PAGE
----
AL: Yet, did you have a sense that your grandmother felt like she was breaking new ground? I mean -

BK: Well it’s, when I was growing up, my grandmother was always immersed in politics. I mean she always had people over to the house, and she was always talking on the phone with people, and always going to one event, to another. I don’t ever really remember that she, it was all part of a natural thing, and I don’t recall her ever thinking that this was remarkable, though it kind of was I think, because of the length of involvement, and the fact that she was a woman and elected at such an early age actually, in a time, I mean clearly, she was an FDR Democrat. Portland at the time was, although it was primarily an immigrant city, was still a very much of a Republican stronghold, because they just weren’t electing Democrats. If you look at the composition of the House in 1935-‘36, there’s just a few women in there, and I don’t know if there were any other Irish Catholic women, for sure, and there, it was, Maine was very Republican back then.

AL: Can you talk to me about your recollections of the Mitchells, maybe stories and family gatherings, if you have more than you’ve already mentioned?

BK: I was out of Maine for much of my youth, obviously, and came back in ‘81. My uncles, Richard and William, Richard’s family grew up in Cape Elizabeth, William in South Portland, and as I mentioned earlier, they were very close with the Mitchells over the years because they were still in Maine. My father was down in Delaware, and we’d come back and we’d connect somehow on, during vacations and so on and so forth, and my father always maintained contact with Paul Mitchell in particular, and Johnny and Robbie. George much less so, since he was younger and was always very, very busy.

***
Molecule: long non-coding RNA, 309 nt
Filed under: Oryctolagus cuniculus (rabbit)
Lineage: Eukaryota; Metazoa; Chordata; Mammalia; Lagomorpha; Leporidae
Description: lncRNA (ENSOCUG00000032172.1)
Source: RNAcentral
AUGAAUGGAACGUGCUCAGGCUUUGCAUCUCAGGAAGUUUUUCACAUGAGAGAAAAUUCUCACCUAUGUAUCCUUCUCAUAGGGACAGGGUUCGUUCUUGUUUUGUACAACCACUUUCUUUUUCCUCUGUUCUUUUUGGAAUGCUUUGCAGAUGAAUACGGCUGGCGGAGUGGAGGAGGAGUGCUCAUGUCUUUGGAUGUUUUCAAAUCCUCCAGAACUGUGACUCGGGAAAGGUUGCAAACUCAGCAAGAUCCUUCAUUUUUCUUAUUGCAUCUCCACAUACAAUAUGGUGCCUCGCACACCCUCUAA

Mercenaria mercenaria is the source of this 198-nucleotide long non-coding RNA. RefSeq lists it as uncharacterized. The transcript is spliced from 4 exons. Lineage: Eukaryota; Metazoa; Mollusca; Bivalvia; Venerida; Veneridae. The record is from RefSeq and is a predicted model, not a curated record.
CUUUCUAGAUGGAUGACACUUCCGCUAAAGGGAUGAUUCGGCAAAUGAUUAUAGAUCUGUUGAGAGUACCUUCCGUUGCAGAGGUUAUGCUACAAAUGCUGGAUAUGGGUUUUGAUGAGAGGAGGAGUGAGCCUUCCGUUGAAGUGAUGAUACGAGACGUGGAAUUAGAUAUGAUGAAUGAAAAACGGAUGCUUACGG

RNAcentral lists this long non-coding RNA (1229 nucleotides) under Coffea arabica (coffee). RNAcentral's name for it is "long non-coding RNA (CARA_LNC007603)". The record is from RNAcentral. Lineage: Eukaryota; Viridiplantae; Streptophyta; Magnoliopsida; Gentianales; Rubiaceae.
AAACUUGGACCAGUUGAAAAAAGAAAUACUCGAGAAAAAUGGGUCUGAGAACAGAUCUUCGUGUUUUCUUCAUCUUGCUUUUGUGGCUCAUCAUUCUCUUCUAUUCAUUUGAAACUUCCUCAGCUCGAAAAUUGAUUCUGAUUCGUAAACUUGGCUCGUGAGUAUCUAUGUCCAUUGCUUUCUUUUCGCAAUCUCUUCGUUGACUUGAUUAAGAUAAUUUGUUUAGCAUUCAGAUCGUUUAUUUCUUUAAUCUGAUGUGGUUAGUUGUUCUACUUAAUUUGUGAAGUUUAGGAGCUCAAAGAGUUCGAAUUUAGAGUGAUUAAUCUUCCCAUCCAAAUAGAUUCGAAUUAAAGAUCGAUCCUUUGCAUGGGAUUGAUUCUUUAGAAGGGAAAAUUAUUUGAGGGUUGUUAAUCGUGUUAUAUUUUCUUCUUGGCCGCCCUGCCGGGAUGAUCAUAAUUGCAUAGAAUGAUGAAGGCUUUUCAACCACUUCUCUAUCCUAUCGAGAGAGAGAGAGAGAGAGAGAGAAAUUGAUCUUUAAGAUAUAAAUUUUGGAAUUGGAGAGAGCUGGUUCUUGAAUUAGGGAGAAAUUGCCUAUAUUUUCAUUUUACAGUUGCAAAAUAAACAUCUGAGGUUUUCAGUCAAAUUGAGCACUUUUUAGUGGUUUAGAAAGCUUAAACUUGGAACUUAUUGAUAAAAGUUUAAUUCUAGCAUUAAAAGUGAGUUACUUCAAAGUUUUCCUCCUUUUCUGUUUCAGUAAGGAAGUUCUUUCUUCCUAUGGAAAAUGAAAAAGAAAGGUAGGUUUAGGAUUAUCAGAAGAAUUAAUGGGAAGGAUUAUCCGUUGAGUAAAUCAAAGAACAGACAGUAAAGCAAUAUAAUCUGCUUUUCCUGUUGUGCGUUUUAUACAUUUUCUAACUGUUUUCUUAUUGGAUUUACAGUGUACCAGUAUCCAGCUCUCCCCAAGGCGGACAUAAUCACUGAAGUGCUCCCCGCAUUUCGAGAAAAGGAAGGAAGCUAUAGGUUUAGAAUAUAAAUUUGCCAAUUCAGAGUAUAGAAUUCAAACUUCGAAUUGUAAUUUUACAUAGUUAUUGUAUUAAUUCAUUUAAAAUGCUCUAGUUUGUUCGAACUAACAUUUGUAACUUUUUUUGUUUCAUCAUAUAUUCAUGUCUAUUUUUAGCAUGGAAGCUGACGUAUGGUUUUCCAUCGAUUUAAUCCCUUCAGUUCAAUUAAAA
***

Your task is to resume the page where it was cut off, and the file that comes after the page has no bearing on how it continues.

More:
And my father’s favorite cousin, I’d probably have to say, at least in his youth, was Barbara Mitchell, who was the youngest of the Mitchell clan. And she was my father’s pen pal when my father was in the war, my father was eighteen, actually he went in the navy at seventeen and served on the Pacific Fleet in ‘44 and ’45. Barbara Mitchell was a wonderful cousin and wrote to all the Kilroy boys who were in the service, the three cousins, while they were in the service, and she was just nine, ten, eleven years old when she was writing these letters. I actually have a letter if you want to -

AL: Oh, do you?

BK: I read this letter last May when my father passed away, and Barbara Mitchell was in the church alone with Johnny and Paul, and I read this letter from the altar, because it was kind of funny, because it kind of brought into perspective what was going on during the war, and also what was going on in the Mitchell family during the war. So I’ll read this, it was written December 7th, 1944, the third anniversary, actually, of Pearl Harbor. And it was from Barbara Mitchell who was, I think, age nine at the time. It’s kind of funny because afterwards, after the Mass, the funeral Mass, I said to Barbara, I hope you didn’t mind if I read that letter, and I said, “You must have been what, twelve or thirteen when you wrote this letter?” She said, “No, I was nine.” She quickly corrected me that she was nine, so it was kind of funny.